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EnvironmentalFactors - Environmental factors that can...

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Environmental factors that can impact food resources as part of the worldwide ecosystem: water resources, pollution and scarcity, climate change
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The impact of food production on the environment. Biodiversity, bioinvasion, pollution and habitat destruction.
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Is it the earth or humanity that produces food? If earth, some limits already approaching If humanity, experience is ground for optimism: When asked for more food, world's farmers and agricultural scientists have come through Both human and natural resources are essential to agriculture But balance between the two is shifting: every year world gains 76 million people, while farmland loses about 25 billion metric tons of topsoil
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Bad news for food security Land scarcity + water scarcity = Food scarcity
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Land scarcity Since 1980s: arable land constant, but total agricultural land has continued to grow d/t more land as pasture, as more meat and dairy products added to average diet Can land under cultivation continue to grow? Some estimates: there is about 30% more land available worldwide for cultivation But can only increase land by 30% if none of currently available land is lost to agriculture
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Land Scarcity Reasons for concern: As urban areas expand, farmland paved over: United States: 3.2 million acres per year California: 100,000 acres per year, one of highest conversion rates in the US But: urban areas worldwide take only 3% of land mass, so this may not be a big factor
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Land Scarcity Land currently under production may be degraded through soil loss or contamination so that it can no longer be used for crops - may be biggest factor Global warming may result in expansion of ocean areas and flooding of coastal areas FAO says that new technologies will help increase production Pessimists: the 30% more land available includes much marginal land that will not produce good yields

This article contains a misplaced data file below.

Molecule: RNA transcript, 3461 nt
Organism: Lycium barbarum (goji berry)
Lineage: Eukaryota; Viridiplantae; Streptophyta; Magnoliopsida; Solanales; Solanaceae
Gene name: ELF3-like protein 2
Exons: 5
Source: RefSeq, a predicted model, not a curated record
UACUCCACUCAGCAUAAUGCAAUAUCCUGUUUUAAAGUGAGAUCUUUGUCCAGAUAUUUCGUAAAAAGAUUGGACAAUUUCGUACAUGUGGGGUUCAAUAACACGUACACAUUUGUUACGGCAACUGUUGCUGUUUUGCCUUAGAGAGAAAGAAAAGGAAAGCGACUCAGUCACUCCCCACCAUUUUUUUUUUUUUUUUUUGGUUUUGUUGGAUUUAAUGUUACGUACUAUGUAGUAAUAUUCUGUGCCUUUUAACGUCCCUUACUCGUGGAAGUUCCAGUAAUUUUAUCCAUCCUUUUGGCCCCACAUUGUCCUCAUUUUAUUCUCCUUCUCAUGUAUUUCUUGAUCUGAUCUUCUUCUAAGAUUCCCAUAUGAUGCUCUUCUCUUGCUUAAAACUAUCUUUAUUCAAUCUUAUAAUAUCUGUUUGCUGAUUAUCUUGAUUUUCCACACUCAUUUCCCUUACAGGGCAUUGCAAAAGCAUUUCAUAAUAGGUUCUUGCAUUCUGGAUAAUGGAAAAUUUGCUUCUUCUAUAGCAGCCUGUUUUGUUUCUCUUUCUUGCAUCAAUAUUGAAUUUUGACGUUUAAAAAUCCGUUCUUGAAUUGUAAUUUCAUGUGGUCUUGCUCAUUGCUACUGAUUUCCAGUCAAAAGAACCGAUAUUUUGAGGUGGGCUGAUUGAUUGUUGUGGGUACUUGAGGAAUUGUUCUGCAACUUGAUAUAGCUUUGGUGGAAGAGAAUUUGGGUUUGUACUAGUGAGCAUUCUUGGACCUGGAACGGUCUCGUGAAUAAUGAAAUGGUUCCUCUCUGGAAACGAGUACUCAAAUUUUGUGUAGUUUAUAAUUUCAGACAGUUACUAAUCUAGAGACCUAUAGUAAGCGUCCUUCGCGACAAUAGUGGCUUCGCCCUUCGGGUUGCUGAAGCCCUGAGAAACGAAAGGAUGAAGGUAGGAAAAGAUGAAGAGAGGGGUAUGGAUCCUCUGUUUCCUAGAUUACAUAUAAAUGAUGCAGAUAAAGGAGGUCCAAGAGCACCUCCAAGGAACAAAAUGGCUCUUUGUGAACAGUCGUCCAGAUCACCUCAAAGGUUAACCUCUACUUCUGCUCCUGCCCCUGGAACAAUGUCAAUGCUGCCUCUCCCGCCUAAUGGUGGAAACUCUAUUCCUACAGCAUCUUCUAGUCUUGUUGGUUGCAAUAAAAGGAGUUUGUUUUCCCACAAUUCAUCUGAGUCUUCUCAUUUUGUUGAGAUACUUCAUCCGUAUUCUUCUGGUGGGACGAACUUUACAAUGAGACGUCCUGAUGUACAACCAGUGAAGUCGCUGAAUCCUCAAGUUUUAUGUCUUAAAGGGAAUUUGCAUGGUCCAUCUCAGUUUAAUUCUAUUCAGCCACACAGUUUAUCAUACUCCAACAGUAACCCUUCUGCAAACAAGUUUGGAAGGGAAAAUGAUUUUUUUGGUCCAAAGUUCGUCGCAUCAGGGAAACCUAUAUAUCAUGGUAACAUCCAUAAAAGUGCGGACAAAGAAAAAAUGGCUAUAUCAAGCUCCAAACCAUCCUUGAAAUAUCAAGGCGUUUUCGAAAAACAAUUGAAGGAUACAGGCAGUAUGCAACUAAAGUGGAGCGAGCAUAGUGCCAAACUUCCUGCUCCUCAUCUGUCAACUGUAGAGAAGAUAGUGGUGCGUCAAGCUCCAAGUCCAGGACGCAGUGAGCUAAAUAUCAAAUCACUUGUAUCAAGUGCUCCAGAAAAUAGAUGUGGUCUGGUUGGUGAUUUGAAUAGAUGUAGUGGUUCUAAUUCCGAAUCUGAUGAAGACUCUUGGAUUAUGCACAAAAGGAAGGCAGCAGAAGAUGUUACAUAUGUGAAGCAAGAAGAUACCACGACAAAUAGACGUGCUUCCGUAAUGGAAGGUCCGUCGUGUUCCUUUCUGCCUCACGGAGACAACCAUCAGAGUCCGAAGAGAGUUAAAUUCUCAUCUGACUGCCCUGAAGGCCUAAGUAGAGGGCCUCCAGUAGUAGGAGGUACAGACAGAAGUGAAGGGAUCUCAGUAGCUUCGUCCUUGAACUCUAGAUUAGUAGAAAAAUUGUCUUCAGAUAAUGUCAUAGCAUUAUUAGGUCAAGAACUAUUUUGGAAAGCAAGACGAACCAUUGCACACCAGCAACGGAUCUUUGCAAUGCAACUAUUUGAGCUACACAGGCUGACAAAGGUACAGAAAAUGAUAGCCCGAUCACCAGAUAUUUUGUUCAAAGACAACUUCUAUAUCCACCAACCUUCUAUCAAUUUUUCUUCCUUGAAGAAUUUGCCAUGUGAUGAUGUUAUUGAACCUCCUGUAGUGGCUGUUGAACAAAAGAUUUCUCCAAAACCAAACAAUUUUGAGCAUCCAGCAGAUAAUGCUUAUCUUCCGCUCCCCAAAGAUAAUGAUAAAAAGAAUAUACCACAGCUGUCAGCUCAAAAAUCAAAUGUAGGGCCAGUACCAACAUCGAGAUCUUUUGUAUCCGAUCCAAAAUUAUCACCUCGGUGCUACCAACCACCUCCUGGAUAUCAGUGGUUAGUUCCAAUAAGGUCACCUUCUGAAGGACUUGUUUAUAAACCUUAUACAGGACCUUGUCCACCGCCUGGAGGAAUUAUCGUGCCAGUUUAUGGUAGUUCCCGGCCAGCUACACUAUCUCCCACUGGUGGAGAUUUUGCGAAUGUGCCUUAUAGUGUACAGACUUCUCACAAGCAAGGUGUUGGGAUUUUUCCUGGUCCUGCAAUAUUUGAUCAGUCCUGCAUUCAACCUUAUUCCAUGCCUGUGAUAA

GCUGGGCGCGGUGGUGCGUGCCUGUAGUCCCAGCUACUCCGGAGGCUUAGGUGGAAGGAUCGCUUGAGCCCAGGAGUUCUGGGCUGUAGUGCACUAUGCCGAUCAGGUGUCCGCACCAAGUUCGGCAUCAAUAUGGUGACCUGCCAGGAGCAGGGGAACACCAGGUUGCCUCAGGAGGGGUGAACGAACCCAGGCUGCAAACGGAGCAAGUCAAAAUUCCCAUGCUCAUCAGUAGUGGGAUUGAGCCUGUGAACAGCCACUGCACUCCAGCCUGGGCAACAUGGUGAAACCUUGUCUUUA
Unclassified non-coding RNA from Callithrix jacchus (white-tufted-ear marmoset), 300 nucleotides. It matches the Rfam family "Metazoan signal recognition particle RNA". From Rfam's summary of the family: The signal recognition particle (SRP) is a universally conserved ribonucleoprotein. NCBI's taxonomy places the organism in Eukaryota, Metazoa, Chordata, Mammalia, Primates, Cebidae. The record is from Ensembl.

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Land degradation Soil can disappear through erosion Soil can become chemically unsuitable for agriculture: Nutrient depletion (ex: same crop year after year) Salinization (ex: irrigation with water that contains low levels of salt, or when groundwater is depleted by irrigation and sea water seeps in, called salt water inversion ). Acidification of soil d/t too much use of certain fertilizers, or drainage problems
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Land degradation Since 1972, loss of 200 million hectares of trees, 480 million hectares of topsoil; increase of 120 million hectares of desert
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Water Scarcity demand --beyond sustainable yield of aquifers Farming, human activities siphon off water from underground aquifers-hold most of world’s fresh water Amount of land under irrigation has grown Irrigation especially important in growing rice: provides 80% of food-Bangladesh, 70%-China, and over 50%-India and Indonesia Yields on irrigated land 30-200% higher than non- irrigated land Irrigation contributes to land degradation through erosion, waterlogging, salinization, and acidification
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Water Scarcity Denuding of forests
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